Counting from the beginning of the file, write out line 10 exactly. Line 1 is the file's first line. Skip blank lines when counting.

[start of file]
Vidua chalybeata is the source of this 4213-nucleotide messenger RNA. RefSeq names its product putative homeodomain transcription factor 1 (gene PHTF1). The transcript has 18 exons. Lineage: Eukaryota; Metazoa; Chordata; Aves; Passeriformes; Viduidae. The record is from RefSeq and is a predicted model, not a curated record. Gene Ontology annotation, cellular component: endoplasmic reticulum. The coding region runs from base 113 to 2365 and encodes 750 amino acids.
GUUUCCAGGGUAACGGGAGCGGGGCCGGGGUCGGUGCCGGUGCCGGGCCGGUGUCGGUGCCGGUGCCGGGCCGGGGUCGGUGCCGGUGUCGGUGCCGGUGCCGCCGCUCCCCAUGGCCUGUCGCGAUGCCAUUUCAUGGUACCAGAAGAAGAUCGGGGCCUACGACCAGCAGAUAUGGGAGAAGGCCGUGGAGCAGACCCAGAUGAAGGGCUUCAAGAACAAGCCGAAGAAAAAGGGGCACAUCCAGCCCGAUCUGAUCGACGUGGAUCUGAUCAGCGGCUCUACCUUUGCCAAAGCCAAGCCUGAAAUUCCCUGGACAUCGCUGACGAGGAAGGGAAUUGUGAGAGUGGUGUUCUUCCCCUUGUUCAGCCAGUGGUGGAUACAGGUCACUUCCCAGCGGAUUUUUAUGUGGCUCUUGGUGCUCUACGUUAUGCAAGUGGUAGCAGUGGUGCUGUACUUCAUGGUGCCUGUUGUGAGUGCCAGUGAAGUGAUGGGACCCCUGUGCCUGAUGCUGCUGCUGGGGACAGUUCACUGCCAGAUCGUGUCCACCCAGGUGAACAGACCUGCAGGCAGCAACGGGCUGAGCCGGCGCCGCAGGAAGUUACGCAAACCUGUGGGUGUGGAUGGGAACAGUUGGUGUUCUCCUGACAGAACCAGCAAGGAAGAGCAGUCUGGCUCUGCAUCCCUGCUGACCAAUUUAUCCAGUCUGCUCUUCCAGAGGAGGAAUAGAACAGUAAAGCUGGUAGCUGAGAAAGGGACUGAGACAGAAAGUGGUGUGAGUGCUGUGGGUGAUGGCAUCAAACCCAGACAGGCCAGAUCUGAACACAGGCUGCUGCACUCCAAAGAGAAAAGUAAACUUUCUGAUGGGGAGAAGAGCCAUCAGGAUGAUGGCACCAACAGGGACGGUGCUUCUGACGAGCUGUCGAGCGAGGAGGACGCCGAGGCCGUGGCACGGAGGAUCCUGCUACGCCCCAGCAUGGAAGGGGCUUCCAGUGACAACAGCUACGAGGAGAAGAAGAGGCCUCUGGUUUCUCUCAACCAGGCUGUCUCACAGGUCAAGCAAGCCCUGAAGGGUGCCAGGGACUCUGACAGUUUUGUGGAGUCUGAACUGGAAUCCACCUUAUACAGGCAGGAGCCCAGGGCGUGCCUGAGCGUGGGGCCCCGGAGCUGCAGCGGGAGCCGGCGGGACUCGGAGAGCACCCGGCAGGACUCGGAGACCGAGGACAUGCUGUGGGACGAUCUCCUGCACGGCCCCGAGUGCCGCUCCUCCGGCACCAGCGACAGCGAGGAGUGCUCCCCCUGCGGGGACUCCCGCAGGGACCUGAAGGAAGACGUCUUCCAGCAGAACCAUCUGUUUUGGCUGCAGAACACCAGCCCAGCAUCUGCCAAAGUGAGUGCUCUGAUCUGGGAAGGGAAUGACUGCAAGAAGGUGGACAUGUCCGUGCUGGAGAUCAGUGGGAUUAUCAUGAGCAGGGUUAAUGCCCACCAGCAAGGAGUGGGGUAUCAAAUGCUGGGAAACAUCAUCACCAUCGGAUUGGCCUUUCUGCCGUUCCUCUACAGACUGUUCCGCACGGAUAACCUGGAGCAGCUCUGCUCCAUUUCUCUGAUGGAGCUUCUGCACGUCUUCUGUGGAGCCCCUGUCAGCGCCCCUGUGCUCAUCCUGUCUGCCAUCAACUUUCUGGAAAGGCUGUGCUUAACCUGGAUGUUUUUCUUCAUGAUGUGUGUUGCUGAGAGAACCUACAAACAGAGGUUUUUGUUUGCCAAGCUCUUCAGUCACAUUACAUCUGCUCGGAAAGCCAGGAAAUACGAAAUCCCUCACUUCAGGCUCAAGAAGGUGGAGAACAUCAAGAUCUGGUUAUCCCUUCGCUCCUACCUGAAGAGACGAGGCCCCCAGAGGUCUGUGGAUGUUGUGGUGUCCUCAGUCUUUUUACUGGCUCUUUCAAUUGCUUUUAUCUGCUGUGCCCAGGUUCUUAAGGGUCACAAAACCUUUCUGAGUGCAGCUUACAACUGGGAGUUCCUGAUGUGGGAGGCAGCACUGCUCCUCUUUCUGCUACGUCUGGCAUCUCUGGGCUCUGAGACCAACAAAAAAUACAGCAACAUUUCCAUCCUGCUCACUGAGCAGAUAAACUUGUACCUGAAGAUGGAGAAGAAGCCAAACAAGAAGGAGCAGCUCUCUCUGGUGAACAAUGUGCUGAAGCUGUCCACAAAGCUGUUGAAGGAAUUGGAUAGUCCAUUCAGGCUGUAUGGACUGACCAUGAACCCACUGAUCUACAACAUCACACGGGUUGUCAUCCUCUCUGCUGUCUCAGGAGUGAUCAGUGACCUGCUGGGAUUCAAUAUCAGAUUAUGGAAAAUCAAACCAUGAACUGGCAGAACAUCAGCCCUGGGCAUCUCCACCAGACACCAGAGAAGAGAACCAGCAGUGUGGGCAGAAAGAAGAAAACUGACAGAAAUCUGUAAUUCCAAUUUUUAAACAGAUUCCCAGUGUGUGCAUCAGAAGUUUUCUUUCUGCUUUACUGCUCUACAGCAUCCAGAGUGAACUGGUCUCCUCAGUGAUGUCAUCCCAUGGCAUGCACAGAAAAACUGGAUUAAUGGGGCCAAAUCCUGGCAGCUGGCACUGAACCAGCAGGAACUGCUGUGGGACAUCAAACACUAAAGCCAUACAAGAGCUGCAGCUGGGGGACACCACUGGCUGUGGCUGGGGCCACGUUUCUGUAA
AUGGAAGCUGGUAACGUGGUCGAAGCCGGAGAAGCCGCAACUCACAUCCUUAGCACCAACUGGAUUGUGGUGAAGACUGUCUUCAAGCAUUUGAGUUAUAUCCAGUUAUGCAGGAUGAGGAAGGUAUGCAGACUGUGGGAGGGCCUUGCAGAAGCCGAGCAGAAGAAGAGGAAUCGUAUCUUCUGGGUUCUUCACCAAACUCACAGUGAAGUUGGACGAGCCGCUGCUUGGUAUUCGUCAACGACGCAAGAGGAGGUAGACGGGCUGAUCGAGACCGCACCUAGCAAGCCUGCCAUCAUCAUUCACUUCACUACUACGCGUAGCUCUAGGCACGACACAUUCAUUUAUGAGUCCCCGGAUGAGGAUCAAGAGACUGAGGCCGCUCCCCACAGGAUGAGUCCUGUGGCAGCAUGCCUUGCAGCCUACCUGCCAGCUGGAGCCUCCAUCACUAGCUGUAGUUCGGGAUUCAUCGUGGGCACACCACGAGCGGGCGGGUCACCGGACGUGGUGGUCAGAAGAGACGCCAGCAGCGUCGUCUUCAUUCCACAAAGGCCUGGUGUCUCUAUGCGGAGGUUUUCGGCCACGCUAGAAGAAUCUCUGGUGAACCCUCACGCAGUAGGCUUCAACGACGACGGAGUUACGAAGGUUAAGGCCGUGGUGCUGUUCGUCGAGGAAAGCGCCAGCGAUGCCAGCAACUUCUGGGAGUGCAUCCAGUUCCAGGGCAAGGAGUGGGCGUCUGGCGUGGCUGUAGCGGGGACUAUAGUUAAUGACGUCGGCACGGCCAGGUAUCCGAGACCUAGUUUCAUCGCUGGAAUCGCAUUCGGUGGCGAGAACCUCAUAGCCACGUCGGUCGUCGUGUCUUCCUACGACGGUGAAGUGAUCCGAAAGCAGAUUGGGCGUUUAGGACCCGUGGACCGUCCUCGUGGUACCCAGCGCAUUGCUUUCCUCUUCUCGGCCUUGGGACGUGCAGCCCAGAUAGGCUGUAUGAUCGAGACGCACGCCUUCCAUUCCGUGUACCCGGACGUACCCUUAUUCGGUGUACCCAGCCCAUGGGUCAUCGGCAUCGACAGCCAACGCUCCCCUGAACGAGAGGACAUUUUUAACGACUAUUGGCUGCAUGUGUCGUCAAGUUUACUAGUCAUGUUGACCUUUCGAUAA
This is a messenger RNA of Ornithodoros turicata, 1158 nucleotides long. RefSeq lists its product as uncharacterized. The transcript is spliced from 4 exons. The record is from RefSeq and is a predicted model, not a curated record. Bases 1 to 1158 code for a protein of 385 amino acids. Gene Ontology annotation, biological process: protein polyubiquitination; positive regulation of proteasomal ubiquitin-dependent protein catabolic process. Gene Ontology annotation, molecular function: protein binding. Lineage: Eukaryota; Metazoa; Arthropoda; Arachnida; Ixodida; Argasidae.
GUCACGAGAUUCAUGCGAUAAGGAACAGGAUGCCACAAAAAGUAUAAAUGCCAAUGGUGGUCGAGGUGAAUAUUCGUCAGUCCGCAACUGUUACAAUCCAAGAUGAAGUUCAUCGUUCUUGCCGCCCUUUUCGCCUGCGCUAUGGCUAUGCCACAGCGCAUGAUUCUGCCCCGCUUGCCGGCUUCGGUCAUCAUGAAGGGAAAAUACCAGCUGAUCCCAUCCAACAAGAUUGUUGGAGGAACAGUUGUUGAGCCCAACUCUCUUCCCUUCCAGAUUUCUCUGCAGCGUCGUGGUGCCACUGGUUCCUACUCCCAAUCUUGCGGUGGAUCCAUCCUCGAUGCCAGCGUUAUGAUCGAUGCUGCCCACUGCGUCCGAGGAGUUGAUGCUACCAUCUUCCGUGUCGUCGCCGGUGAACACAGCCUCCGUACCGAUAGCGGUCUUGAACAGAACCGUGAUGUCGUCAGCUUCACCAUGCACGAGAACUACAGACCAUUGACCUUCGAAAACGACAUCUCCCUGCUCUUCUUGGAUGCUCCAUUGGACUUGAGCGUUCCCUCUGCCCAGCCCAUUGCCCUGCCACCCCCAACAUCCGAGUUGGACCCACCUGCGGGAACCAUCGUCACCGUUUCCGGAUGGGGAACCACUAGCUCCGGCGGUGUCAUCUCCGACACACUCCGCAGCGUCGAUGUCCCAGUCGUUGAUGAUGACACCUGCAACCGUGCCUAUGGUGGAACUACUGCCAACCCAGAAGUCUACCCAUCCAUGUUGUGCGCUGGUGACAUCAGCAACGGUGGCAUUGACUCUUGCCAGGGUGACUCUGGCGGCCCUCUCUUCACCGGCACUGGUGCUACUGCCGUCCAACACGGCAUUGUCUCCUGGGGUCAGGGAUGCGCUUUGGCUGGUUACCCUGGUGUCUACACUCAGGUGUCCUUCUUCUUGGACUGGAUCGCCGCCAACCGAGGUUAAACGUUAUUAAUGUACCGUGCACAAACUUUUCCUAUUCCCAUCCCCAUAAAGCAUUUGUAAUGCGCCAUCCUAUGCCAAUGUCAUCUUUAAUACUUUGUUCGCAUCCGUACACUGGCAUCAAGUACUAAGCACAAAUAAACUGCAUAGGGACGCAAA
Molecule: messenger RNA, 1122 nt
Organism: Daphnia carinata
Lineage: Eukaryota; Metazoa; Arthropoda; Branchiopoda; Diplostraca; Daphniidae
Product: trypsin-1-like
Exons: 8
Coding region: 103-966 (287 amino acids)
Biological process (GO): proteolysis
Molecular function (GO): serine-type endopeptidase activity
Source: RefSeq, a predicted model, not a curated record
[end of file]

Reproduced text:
Exons: 8